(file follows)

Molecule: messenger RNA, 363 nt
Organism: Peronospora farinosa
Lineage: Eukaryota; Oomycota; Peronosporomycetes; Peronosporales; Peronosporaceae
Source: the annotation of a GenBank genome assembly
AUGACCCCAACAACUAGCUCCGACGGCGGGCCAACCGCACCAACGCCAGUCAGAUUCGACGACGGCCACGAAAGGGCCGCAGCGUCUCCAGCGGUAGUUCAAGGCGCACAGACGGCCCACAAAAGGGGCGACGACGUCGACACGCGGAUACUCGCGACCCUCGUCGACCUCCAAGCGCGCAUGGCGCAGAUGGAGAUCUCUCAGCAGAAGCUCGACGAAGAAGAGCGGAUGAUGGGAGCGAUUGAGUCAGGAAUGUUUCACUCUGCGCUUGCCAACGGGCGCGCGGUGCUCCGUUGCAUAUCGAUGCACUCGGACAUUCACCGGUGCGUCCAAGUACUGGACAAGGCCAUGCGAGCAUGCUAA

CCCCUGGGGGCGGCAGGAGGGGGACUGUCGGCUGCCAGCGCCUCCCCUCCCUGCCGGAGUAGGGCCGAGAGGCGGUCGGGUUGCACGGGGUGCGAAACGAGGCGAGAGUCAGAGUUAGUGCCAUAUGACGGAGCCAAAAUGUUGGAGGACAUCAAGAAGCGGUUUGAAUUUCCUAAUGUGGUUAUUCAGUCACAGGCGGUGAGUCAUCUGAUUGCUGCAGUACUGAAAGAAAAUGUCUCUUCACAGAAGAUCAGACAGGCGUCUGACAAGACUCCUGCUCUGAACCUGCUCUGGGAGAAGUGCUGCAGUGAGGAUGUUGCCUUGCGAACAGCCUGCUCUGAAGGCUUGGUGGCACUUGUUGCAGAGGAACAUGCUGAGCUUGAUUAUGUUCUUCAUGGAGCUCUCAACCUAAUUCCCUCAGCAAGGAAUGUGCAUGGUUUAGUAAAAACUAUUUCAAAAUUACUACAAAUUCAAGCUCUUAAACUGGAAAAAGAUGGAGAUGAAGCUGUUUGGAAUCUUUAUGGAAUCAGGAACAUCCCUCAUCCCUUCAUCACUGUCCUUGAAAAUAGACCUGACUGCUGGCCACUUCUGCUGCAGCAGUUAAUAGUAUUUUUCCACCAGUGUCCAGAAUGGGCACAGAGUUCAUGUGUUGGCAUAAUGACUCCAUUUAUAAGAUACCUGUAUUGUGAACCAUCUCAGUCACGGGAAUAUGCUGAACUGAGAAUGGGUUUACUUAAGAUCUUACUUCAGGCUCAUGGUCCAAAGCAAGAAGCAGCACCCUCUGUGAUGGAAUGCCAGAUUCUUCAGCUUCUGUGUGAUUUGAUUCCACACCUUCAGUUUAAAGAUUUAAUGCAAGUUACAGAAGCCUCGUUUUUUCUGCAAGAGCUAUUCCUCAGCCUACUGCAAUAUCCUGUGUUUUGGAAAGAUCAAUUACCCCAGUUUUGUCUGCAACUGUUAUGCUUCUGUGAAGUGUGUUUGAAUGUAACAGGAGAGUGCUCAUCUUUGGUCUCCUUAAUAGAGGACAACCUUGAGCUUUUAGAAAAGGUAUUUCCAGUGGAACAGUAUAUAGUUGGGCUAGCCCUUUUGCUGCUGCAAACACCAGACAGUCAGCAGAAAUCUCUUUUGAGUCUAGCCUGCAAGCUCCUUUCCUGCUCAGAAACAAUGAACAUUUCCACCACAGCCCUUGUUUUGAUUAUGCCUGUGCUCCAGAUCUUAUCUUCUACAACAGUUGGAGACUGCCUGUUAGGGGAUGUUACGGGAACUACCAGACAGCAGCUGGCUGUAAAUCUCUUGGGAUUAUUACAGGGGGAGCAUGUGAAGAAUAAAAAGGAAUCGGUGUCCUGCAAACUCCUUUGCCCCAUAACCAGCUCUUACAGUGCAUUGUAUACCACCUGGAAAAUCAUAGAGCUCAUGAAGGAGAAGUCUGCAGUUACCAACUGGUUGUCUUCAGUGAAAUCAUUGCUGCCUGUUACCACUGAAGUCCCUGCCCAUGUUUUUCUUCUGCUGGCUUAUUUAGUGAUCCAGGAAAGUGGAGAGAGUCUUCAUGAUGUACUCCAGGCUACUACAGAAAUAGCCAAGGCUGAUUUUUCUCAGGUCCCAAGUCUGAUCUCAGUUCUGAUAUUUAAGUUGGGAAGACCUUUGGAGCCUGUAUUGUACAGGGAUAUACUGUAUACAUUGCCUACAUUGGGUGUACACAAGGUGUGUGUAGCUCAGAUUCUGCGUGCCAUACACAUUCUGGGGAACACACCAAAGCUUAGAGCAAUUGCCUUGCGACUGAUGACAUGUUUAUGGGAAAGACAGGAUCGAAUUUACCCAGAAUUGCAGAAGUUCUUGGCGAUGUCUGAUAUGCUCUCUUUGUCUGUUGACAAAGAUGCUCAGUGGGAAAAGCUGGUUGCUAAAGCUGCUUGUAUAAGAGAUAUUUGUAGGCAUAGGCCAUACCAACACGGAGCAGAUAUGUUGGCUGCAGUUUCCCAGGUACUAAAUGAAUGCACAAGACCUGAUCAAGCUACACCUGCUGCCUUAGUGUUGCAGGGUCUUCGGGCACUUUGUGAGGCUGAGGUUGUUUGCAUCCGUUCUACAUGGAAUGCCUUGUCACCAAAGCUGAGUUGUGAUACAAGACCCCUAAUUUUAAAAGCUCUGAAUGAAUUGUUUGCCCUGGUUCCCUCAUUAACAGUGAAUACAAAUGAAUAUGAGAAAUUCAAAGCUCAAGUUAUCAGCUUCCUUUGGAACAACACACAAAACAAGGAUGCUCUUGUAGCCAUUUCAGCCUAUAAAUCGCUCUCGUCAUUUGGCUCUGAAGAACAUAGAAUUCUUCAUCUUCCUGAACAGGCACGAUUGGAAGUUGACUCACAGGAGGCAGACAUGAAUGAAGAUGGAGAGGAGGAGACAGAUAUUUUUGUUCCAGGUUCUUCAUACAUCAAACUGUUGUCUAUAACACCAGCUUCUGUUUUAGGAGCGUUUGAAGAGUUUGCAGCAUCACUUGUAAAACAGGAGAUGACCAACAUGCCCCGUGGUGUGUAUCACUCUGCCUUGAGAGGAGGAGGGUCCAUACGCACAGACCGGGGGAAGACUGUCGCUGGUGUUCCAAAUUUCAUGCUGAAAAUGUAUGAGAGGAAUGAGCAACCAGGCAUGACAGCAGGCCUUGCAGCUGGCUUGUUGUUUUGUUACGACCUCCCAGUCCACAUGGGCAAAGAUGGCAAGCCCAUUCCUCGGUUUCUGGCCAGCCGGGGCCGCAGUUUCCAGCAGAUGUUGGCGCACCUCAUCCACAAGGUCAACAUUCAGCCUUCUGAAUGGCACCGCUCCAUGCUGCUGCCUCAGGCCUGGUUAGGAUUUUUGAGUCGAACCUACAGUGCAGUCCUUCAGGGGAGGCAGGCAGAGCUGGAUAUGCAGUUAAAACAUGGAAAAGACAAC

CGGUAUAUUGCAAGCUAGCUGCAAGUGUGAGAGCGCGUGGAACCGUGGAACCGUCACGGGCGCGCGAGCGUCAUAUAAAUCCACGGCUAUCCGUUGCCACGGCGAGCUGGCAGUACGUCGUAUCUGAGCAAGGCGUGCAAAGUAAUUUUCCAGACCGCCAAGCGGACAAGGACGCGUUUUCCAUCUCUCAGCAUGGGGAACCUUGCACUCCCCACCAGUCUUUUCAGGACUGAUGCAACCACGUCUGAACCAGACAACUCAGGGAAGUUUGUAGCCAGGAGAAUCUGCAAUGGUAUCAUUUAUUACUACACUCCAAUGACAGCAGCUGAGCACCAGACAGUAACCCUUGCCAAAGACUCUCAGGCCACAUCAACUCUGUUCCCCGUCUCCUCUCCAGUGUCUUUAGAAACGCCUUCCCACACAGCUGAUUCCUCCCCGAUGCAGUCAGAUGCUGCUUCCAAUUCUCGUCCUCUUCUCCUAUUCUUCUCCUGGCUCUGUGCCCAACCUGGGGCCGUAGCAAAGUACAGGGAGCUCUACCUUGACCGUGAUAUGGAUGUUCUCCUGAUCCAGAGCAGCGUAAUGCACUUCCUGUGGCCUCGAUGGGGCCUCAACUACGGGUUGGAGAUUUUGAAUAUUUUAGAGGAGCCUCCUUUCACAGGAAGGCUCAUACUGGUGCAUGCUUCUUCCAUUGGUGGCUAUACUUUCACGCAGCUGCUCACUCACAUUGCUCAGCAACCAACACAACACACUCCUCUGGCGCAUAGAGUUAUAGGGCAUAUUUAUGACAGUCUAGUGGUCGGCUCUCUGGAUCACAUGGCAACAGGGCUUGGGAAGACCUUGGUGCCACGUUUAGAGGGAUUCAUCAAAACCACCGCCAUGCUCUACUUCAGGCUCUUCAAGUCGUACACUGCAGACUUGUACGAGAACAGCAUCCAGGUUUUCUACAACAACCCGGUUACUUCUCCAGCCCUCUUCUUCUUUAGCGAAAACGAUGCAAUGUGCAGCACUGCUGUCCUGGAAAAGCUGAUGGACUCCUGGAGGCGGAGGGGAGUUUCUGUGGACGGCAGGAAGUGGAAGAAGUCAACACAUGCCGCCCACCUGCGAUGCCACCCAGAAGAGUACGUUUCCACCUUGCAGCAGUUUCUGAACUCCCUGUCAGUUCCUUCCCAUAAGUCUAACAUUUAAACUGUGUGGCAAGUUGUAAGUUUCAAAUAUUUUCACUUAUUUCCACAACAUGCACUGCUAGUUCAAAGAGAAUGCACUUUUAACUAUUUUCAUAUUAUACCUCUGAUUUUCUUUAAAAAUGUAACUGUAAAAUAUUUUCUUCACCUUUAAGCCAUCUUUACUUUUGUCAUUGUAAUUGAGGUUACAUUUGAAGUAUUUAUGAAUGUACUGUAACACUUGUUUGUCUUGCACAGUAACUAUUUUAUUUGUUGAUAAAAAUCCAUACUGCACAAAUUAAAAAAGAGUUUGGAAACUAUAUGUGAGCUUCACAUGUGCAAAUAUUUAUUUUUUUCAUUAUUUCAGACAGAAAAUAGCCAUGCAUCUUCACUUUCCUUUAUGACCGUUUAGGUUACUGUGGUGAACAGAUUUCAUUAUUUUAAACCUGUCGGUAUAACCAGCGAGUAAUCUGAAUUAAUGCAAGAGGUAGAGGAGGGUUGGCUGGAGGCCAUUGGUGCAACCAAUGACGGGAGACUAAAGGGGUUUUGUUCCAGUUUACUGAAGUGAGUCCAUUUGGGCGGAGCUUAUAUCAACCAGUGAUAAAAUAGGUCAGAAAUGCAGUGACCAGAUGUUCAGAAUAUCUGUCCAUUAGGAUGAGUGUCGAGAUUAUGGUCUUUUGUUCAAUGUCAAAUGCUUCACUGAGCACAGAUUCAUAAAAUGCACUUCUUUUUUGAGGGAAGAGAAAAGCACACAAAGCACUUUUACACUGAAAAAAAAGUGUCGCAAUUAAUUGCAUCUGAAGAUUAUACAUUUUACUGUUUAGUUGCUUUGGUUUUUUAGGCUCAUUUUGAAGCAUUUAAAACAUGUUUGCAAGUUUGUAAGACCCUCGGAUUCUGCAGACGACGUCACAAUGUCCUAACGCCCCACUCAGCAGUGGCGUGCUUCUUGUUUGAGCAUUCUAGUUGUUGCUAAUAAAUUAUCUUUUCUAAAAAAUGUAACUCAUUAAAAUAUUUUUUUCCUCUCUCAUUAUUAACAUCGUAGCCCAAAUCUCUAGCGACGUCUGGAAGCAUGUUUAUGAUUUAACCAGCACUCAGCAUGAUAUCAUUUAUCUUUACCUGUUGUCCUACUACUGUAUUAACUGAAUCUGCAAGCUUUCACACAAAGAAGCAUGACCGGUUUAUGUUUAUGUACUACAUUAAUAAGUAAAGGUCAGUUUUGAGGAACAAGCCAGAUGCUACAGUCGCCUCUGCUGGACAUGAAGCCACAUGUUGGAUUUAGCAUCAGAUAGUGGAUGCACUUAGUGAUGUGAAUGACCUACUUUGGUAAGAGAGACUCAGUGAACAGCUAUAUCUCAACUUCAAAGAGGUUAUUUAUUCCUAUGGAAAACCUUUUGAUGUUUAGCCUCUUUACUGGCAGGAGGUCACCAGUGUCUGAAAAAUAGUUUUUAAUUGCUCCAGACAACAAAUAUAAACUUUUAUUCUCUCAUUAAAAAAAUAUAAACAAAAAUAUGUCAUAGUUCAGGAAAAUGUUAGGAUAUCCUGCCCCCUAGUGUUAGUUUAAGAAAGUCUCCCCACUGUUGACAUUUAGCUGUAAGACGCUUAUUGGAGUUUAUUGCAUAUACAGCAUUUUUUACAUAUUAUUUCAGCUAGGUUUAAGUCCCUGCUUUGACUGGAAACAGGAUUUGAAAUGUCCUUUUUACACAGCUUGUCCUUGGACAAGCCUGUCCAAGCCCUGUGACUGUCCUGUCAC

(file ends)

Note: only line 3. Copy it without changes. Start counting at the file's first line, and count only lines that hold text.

Lineage: Eukaryota; Oomycota; Peronosporomycetes; Peronosporales; Peronosporaceae